Sharjah shines light on Arab art

SHARJAH: It doesn’t have the malls of Dubai or the mega-projects of Abu Dhabi, but Sharjah has carved out a role for itself as a cultural capital.
The unassuming emirate is ruled by Shaikh Sultan bin Mohamed al Qasimi, known for his keen interest in art and history.
Its cultural calendar has evolved to feature book fairs, exhibitions at more than a dozen museums and festivals that celebrate photography, theatre, poetry and calligraphy.
At the Museum of Sharjah, works on display showcase everything from daily life in the Old City of Yemen’s capital Sanaa to a massacre of refugees by fighters during Lebanon’s civil war.
“We are providing an artistic service for the Arab world,” said Sultan Sooud al Qassemi, a well-known Emirati academic with half a million followers on Twitter, strolling through the galleries.
The Barjeel Art Foundation which he founded in 2010 aims to preserve and exhibit more than 1,000 modern and contemporary pieces by Arab artists.
“Sharjah is not the richest emirate in the Gulf, but it is in terms of being the richest culturally,” said the 42-year-old who has taught in universities in the United States and France.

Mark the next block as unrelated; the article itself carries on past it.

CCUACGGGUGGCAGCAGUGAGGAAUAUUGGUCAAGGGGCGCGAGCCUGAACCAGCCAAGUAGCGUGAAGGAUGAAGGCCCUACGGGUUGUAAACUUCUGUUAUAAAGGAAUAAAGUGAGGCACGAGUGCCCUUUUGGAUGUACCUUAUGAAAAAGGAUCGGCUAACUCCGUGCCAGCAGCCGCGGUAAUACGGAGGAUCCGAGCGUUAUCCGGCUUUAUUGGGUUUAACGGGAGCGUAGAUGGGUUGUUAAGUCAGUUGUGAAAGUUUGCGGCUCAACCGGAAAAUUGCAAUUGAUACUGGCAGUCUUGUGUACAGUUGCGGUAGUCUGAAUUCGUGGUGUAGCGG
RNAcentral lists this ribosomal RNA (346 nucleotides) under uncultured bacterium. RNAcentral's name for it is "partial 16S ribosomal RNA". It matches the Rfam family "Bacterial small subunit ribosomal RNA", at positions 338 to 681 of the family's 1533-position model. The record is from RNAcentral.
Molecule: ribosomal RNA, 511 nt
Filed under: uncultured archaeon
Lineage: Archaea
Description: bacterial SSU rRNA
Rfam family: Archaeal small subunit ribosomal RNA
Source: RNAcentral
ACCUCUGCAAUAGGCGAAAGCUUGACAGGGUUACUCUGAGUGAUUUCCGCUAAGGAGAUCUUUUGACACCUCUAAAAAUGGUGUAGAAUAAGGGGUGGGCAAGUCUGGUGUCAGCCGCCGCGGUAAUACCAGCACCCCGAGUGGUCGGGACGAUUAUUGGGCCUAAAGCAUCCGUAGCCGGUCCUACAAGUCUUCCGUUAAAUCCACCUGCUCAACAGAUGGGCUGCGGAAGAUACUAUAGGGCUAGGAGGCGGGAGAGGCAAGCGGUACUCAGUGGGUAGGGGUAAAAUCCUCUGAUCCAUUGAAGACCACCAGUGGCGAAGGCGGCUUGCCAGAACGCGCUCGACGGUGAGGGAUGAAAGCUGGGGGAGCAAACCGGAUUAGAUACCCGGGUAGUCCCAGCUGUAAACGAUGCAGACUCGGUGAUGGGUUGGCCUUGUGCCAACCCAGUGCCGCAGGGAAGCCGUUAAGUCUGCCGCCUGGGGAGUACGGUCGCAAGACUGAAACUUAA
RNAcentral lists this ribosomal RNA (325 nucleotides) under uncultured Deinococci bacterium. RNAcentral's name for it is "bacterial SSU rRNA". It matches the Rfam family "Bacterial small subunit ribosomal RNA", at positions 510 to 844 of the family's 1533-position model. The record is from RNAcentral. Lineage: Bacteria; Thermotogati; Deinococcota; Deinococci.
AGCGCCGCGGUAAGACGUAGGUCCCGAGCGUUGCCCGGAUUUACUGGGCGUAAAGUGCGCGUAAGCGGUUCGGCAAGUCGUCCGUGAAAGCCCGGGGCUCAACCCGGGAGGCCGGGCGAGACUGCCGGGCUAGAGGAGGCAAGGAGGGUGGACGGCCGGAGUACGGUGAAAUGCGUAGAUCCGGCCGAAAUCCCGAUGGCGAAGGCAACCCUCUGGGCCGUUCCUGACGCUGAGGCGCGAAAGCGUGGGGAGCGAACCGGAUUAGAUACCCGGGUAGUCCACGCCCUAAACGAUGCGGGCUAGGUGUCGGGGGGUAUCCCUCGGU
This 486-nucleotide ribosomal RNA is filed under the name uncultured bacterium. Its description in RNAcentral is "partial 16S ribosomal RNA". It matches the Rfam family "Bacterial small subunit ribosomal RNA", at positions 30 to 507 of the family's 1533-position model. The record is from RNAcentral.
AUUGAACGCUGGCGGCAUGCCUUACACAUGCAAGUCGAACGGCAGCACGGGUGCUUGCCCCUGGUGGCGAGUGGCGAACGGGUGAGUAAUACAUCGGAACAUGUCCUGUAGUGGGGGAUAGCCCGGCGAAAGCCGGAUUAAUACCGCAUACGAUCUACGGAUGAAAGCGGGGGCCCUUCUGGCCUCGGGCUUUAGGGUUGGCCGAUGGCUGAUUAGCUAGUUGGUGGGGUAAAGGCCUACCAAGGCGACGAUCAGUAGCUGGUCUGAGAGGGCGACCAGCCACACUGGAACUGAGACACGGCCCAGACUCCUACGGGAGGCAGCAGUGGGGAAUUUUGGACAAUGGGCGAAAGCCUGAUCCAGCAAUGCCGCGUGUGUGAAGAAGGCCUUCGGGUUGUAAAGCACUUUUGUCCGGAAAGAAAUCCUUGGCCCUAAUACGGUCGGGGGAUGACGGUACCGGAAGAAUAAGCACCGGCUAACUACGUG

Sharjah is one of the seven emirates that make up the UAE, an innovative country which has poured huge sums into culture.
In 2017, the Louvre Abu Dhabi, a branch of the iconic Paris museum, opened its doors — attracting some two million visitors in its first two years of operation.
The financial and entertainment hub of Dubai hosts a number of contemporary art galleries, and is next year to host the multi-billion-dollar world exhibition — Expo 2020 — with major arts components.
But it is Sharjah, that has claimed the country’s cultural crown. — AFP